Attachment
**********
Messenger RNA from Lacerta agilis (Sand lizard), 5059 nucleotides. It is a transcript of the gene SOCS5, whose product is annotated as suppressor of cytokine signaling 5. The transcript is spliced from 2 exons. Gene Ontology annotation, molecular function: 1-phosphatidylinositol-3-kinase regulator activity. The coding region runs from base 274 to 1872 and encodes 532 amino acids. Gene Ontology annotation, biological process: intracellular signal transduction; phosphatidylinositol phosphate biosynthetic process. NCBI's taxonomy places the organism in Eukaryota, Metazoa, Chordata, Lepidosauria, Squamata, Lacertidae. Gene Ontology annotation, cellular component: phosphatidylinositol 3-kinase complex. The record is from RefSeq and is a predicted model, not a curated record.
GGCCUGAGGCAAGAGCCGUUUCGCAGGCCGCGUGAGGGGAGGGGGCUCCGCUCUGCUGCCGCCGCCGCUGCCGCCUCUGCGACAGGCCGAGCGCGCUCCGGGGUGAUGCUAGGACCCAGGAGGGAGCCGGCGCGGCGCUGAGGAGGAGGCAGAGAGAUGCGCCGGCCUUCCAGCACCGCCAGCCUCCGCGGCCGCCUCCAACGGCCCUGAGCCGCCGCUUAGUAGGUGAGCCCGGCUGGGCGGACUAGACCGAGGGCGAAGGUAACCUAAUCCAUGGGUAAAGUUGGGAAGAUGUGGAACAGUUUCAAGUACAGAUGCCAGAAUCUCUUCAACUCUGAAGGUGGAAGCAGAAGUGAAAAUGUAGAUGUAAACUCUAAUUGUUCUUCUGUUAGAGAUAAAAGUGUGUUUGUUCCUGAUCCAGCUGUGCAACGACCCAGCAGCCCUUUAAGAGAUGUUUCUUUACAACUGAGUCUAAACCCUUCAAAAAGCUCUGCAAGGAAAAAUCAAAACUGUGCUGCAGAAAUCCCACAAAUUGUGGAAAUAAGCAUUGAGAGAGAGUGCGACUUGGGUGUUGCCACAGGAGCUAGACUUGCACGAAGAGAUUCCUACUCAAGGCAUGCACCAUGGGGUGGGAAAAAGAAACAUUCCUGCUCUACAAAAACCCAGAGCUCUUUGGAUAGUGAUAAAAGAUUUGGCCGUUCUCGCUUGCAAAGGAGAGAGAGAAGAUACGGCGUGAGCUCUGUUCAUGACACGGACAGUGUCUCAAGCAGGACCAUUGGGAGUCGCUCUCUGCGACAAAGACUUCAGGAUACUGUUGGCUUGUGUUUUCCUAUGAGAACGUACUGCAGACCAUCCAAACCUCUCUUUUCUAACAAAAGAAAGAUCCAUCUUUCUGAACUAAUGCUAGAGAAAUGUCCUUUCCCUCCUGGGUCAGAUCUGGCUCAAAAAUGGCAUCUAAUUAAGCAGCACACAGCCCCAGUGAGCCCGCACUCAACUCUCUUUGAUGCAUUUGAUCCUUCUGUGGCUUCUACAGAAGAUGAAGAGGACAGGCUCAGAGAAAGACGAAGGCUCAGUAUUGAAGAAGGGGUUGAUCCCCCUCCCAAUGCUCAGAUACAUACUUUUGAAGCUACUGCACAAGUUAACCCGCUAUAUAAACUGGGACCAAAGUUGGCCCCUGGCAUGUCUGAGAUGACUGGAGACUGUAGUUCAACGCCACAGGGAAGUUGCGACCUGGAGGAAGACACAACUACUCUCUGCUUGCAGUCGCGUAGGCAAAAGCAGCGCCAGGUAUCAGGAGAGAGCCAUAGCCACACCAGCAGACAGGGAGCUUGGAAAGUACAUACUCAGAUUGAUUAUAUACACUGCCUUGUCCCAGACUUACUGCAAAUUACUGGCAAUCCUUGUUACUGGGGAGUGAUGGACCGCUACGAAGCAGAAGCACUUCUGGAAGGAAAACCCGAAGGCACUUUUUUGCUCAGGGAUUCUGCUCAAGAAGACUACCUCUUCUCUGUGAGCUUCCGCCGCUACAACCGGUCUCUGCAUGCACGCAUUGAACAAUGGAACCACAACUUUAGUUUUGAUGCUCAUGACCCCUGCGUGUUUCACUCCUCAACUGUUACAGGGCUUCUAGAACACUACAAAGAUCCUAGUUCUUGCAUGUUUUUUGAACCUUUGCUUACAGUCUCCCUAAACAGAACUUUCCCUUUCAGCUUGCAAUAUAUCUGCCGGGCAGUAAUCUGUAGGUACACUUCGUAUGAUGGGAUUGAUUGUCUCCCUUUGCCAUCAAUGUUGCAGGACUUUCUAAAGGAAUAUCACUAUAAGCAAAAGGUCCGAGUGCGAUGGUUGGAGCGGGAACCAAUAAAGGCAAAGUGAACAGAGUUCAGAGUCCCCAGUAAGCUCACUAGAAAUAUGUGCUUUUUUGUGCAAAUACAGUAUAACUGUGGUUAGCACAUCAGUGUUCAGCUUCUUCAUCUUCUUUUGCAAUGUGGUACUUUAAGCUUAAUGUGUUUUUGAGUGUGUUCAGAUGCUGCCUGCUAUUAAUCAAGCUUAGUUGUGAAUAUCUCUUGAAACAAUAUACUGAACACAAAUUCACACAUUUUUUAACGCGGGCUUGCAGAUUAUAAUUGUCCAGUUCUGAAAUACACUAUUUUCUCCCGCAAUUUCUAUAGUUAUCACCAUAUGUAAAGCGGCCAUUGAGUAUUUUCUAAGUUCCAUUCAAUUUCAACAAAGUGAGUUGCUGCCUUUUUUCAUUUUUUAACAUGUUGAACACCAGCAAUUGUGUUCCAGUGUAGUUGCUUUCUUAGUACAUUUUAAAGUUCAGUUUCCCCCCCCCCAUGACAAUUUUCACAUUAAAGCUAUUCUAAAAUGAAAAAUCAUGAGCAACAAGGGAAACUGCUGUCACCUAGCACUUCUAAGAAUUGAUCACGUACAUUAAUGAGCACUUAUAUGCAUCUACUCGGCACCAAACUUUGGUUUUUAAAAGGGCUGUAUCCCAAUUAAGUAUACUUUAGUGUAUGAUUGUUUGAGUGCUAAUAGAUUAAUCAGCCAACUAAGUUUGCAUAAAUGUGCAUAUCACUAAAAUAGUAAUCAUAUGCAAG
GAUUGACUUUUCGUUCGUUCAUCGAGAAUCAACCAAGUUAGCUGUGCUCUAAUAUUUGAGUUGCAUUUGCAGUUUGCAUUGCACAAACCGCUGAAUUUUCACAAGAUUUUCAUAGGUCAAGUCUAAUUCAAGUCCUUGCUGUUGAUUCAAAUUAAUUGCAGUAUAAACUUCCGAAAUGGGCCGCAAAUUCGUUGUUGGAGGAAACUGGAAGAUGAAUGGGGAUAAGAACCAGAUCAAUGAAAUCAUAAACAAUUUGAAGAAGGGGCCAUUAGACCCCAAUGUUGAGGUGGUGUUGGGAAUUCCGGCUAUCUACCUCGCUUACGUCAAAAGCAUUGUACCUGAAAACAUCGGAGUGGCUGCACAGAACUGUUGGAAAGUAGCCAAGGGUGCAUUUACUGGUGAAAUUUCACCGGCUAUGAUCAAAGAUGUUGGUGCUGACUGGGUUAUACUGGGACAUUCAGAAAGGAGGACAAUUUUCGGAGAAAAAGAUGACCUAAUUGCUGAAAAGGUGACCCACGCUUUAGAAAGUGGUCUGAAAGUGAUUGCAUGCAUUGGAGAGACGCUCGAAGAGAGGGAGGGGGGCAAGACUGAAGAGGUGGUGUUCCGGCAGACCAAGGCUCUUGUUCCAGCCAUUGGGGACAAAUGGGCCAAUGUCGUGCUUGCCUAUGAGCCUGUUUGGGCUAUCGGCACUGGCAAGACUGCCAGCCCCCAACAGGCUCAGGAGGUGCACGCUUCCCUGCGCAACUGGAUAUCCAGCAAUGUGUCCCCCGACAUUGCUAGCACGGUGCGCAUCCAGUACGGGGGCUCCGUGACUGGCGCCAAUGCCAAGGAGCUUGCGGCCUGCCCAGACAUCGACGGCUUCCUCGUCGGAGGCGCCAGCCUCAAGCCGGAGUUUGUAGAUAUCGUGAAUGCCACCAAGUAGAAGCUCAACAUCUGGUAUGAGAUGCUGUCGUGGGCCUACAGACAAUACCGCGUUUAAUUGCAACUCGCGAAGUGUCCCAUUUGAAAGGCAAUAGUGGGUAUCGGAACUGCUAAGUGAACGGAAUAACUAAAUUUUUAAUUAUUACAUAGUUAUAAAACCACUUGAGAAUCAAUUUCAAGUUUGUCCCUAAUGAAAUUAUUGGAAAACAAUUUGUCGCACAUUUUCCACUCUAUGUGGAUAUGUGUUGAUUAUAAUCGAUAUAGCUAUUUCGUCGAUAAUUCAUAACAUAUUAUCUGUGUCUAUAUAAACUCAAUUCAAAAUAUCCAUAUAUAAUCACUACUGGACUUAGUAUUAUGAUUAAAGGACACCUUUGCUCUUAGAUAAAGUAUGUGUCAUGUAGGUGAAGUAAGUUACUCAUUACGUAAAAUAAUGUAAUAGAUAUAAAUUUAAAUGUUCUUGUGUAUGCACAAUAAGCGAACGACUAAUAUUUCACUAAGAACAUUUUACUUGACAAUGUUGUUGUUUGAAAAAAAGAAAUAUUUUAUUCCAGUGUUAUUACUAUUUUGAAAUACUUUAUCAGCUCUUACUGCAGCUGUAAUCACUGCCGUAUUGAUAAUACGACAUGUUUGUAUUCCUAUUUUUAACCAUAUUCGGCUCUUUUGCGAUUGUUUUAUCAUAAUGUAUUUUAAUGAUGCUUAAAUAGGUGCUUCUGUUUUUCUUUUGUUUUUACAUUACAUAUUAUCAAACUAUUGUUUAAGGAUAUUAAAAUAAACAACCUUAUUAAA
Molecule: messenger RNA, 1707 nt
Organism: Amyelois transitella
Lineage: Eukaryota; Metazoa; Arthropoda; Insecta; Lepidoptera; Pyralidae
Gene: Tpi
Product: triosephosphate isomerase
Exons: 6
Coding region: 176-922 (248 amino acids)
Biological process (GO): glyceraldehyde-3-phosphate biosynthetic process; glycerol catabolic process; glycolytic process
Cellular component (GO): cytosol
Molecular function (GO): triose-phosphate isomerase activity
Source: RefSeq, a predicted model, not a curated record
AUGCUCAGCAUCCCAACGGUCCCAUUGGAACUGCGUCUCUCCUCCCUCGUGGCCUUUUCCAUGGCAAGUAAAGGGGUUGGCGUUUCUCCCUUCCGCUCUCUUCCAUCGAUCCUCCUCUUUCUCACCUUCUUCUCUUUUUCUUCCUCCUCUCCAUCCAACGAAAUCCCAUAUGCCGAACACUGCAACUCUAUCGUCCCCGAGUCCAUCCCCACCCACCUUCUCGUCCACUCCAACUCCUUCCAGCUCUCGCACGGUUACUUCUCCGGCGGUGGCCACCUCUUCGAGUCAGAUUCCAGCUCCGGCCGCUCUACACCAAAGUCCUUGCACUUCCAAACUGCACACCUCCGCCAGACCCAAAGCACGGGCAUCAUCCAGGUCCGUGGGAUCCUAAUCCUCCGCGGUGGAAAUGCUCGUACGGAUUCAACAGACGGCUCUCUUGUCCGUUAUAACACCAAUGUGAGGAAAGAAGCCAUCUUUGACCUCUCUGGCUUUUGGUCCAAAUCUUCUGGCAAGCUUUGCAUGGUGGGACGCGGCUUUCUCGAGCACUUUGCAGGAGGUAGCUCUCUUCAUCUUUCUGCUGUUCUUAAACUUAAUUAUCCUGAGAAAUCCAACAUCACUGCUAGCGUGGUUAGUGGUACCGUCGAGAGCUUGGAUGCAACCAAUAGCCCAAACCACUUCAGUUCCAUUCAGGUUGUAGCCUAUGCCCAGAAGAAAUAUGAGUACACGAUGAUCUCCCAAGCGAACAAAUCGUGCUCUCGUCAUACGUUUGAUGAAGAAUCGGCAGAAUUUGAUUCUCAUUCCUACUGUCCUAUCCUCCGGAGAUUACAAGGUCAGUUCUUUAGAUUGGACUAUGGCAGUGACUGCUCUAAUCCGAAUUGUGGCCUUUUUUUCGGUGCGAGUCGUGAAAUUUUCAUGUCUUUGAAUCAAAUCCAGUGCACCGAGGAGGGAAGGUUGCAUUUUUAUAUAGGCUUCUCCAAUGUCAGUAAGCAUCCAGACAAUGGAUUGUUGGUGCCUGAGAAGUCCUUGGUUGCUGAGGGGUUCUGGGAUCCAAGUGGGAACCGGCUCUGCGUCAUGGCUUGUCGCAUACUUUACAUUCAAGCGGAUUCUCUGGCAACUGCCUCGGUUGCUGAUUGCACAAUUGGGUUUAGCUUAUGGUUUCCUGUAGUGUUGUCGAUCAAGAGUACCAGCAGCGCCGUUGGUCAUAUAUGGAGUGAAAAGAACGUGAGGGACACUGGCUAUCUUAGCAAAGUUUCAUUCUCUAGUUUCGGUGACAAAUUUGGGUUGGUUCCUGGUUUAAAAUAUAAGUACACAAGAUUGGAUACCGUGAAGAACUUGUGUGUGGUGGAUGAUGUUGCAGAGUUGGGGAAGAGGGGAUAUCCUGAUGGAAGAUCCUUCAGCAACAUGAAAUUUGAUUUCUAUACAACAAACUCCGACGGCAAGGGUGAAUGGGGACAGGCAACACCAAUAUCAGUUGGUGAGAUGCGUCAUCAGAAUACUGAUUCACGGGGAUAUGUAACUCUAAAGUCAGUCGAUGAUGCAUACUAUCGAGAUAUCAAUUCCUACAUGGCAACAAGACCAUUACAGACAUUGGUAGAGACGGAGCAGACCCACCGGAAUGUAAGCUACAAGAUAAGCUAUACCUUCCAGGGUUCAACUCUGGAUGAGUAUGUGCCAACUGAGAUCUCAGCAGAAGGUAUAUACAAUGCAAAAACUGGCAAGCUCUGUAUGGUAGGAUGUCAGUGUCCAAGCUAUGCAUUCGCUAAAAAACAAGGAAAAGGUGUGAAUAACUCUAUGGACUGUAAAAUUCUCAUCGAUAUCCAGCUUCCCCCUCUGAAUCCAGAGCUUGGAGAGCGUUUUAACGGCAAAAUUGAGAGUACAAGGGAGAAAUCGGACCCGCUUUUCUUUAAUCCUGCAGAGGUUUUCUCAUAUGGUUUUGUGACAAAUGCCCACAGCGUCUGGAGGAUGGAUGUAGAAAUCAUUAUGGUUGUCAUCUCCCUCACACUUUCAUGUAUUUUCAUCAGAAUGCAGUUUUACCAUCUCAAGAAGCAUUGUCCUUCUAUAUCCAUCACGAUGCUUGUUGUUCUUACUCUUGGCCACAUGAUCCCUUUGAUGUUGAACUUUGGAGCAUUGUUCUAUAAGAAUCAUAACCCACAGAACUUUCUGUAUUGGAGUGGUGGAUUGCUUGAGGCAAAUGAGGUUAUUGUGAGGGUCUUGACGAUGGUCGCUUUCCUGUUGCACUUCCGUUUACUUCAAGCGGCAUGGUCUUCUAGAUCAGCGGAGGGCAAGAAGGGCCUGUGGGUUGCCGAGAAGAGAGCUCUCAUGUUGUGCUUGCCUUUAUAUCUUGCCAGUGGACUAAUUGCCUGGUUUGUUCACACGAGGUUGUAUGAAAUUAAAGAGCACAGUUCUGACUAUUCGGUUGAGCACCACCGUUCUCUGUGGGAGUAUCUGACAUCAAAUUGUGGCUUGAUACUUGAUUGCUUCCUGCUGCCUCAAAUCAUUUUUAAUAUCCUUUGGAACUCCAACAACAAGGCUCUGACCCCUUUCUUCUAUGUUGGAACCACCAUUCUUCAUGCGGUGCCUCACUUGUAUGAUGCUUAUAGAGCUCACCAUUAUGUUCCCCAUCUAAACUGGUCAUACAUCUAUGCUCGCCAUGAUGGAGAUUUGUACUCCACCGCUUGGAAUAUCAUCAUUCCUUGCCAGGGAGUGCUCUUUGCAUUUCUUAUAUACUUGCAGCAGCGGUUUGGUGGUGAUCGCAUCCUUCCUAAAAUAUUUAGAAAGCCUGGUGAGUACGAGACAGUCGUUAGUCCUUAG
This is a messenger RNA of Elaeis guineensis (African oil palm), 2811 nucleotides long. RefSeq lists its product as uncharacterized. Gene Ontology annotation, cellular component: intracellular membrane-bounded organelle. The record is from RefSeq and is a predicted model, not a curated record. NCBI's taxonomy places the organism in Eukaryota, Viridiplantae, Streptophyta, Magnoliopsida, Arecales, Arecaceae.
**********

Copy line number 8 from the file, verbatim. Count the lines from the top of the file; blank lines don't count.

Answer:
Product: triosephosphate isomerase